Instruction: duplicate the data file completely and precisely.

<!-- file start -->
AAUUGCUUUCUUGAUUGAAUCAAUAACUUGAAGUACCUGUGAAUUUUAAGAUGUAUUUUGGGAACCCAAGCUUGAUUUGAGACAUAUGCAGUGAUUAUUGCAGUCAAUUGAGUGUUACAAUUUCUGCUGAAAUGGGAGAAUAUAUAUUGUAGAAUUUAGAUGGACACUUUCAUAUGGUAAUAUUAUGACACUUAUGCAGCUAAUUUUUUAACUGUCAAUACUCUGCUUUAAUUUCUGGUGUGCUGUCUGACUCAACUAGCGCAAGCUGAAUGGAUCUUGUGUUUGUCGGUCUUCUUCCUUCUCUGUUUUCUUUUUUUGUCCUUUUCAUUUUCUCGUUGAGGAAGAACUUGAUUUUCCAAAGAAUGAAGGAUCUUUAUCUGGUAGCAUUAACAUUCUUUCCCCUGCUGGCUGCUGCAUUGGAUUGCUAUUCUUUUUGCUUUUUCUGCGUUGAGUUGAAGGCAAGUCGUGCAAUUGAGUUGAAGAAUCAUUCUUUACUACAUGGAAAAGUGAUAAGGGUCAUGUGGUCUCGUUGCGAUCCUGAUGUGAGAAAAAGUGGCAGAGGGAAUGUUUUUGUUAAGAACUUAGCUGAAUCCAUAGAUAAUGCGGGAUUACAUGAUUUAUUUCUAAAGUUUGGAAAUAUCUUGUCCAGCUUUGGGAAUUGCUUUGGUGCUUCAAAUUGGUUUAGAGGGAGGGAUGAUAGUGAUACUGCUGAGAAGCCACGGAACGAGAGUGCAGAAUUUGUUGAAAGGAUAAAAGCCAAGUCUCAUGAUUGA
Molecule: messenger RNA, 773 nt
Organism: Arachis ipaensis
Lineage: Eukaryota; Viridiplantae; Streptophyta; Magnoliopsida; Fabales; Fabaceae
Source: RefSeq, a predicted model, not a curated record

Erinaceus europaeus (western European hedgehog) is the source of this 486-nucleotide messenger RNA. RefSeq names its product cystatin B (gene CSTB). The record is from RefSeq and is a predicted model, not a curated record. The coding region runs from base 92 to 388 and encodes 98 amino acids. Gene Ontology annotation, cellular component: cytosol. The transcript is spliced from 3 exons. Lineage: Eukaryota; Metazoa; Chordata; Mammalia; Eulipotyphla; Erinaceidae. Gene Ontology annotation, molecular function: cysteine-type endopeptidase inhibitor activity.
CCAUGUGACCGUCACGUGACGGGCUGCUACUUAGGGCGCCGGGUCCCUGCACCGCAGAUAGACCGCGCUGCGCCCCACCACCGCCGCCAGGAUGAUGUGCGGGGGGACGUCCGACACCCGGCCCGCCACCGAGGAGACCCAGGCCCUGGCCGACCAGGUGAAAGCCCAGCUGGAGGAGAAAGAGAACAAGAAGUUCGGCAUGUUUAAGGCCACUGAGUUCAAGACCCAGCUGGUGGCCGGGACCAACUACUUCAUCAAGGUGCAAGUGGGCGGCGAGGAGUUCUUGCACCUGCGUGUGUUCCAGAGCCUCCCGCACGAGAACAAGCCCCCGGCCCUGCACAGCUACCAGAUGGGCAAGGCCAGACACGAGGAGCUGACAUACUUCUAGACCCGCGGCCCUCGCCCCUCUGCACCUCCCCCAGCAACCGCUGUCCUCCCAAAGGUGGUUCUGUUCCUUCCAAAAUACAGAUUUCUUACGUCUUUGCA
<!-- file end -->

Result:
AAUUGCUUUCUUGAUUGAAUCAAUAACUUGAAGUACCUGUGAAUUUUAAGAUGUAUUUUGGGAACCCAAGCUUGAUUUGAGACAUAUGCAGUGAUUAUUGCAGUCAAUUGAGUGUUACAAUUUCUGCUGAAAUGGGAGAAUAUAUAUUGUAGAAUUUAGAUGGACACUUUCAUAUGGUAAUAUUAUGACACUUAUGCAGCUAAUUUUUUAACUGUCAAUACUCUGCUUUAAUUUCUGGUGUGCUGUCUGACUCAACUAGCGCAAGCUGAAUGGAUCUUGUGUUUGUCGGUCUUCUUCCUUCUCUGUUUUCUUUUUUUGUCCUUUUCAUUUUCUCGUUGAGGAAGAACUUGAUUUUCCAAAGAAUGAAGGAUCUUUAUCUGGUAGCAUUAACAUUCUUUCCCCUGCUGGCUGCUGCAUUGGAUUGCUAUUCUUUUUGCUUUUUCUGCGUUGAGUUGAAGGCAAGUCGUGCAAUUGAGUUGAAGAAUCAUUCUUUACUACAUGGAAAAGUGAUAAGGGUCAUGUGGUCUCGUUGCGAUCCUGAUGUGAGAAAAAGUGGCAGAGGGAAUGUUUUUGUUAAGAACUUAGCUGAAUCCAUAGAUAAUGCGGGAUUACAUGAUUUAUUUCUAAAGUUUGGAAAUAUCUUGUCCAGCUUUGGGAAUUGCUUUGGUGCUUCAAAUUGGUUUAGAGGGAGGGAUGAUAGUGAUACUGCUGAGAAGCCACGGAACGAGAGUGCAGAAUUUGUUGAAAGGAUAAAAGCCAAGUCUCAUGAUUGA
Molecule: messenger RNA, 773 nt
Organism: Arachis ipaensis
Lineage: Eukaryota; Viridiplantae; Streptophyta; Magnoliopsida; Fabales; Fabaceae
Source: RefSeq, a predicted model, not a curated record

Erinaceus europaeus (western European hedgehog) is the source of this 486-nucleotide messenger RNA. RefSeq names its product cystatin B (gene CSTB). The record is from RefSeq and is a predicted model, not a curated record. The coding region runs from base 92 to 388 and encodes 98 amino acids. Gene Ontology annotation, cellular component: cytosol. The transcript is spliced from 3 exons. Lineage: Eukaryota; Metazoa; Chordata; Mammalia; Eulipotyphla; Erinaceidae. Gene Ontology annotation, molecular function: cysteine-type endopeptidase inhibitor activity.
CCAUGUGACCGUCACGUGACGGGCUGCUACUUAGGGCGCCGGGUCCCUGCACCGCAGAUAGACCGCGCUGCGCCCCACCACCGCCGCCAGGAUGAUGUGCGGGGGGACGUCCGACACCCGGCCCGCCACCGAGGAGACCCAGGCCCUGGCCGACCAGGUGAAAGCCCAGCUGGAGGAGAAAGAGAACAAGAAGUUCGGCAUGUUUAAGGCCACUGAGUUCAAGACCCAGCUGGUGGCCGGGACCAACUACUUCAUCAAGGUGCAAGUGGGCGGCGAGGAGUUCUUGCACCUGCGUGUGUUCCAGAGCCUCCCGCACGAGAACAAGCCCCCGGCCCUGCACAGCUACCAGAUGGGCAAGGCCAGACACGAGGAGCUGACAUACUUCUAGACCCGCGGCCCUCGCCCCUCUGCACCUCCCCCAGCAACCGCUGUCCUCCCAAAGGUGGUUCUGUUCCUUCCAAAAUACAGAUUUCUUACGUCUUUGCA